top of page

Folate Versus Folic Acid

This question is asked a lot, especially by pregnant mamas. So let's break it down!

Folate and folic acid are different forms of vitamin B9.

Per Chris Kresser, "Folate is a general term for a group of water soluble b-vitamins, and is also known as B9. Folic acid refers to the oxidized synthetic compound used in dietary supplements and food fortification, whereas folate refers to the various tetrahydrofolate derivatives naturally found in food." (Source)

While there’s a distinct difference between the two, their names are often used interchangeably.

Folate is the naturally occurring form of vitamin B9. Its name is derived from the Latin word “folium,” which means leaf. In fact, leafy vegetables are among the best dietary sources of folate.

Folic acid is a synthetic form of vitamin B9, also known as pteroylmonoglutamic acid. It’s used in supplements and added to processed food products, such as flour and breakfast cereals.

Unlike folate, not all of the folic acid you consume is converted into the active form of vitamin B9 — 5-MTHF — in your digestive system - as a result, unmetabolized folic acid is commonly detected in people’s bloodstreams, even in the fasted state.

Kresser explains further, "The natural form can enter the main folate metabolic cycle is tetrahydrofolate (THF). Unlike natural folates, which are metabolized to THF in the mucosa of the small intestine, folic acid undergoes initial reduction and methylation in the liver, where conversion to the THF form requires dihydrofolate reductase. The low activity of this enzyme in the human liver, combined with a high intake of folic acid, may result in unnatural levels of unmetabolized folic acid entering the systemic circulation."

Several studies indicate that chronically elevated levels of unmetabolized folic acid may have adverse health effects, including:

Increased cancer risk. High levels of unmetabolized folic acid have been associated with increased cancer risk. However, no evidence proves that unmetabolized folic acid plays a direct role

Undetected B12 deficiency. Among elderly people, high folic acid levels can mask vitamin B12 deficiency. Untreated vitamin B12 deficiency may increase your risk of dementia and impair nerve function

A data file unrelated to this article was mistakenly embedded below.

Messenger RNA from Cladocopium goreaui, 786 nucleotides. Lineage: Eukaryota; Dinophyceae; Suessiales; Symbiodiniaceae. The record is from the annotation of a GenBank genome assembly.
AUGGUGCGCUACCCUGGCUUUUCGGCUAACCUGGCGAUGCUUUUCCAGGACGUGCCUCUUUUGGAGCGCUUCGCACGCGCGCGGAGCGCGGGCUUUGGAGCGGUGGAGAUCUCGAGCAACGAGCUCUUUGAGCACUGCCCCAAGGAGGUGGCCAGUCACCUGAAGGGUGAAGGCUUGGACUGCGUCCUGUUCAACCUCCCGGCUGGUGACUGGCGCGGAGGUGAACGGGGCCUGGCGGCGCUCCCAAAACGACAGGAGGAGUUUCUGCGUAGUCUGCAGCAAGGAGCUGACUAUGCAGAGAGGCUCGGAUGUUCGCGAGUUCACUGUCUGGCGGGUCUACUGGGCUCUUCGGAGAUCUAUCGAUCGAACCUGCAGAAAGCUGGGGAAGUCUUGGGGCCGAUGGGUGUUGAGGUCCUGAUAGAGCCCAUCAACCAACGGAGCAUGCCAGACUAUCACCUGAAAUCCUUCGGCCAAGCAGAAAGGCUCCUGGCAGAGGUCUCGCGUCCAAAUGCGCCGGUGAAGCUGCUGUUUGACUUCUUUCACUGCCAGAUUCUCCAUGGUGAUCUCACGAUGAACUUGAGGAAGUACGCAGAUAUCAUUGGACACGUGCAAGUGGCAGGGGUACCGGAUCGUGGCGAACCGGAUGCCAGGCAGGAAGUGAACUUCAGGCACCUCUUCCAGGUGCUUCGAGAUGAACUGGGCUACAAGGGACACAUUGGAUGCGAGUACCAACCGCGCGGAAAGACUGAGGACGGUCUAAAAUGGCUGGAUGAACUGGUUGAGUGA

The History of Folic Acid:

Folic acid was first synthesized in the 1940s and was initially used to treat megaloblastic anemia caused by folate deficiency. Its use became widespread in the 1960s.

Compared to natural folate, folic acid was less expensive and more chemically stable, making it ideal for supplements.

In the United States, the FDA requires food manufacturers to add 140 mcg of folic acid to every 100 grams of “enriched” grain products - In the US, most white bread, baked goods, cornmeal, white rice, white pasta, and refined breakfast cereals are enriched with folic acid.

MTHFR and Folic Acid:

30% to 60% of the US population has a genetic polymorphism called MTHFR. This is a genetic deficiency that limits the bodies ability to convert folate into the active form utilized by the body. (Source)

Mutations in the MTHFR gene causes less efficiency in converting folate to its active form, which in turn may lead to elevated levels of homocysteine. Maintaining appropriate levels of homocysteine is important in the prevention of chronic disease.

Individuals with MTHFR mutations have Methylation insufficiencies and impaired detoxification metabolism. The Methylation pathway is crucial for the production of Glutathione -- The Body’s Master Anti-Oxidant.

MTHFR is responsible for the last step in the activation of folate (converting 5,10-MTHF to L-5-MTHF)

Mutations in the genes that code for MTHFR are fairly common and can impair this conversion.

With the C677T mutation, the activity of MTHFR can be impaired by 35% in those who are heterozygous (one copy of the mutation) and up to 70% in those who are homozygous (two copies of the mutation).

When MTHFR activity is impaired, folic acid can’t be activated as quickly, leading to higher levels of unmetabolized folic acid and lower levels of active folate in the blood.

bottom of page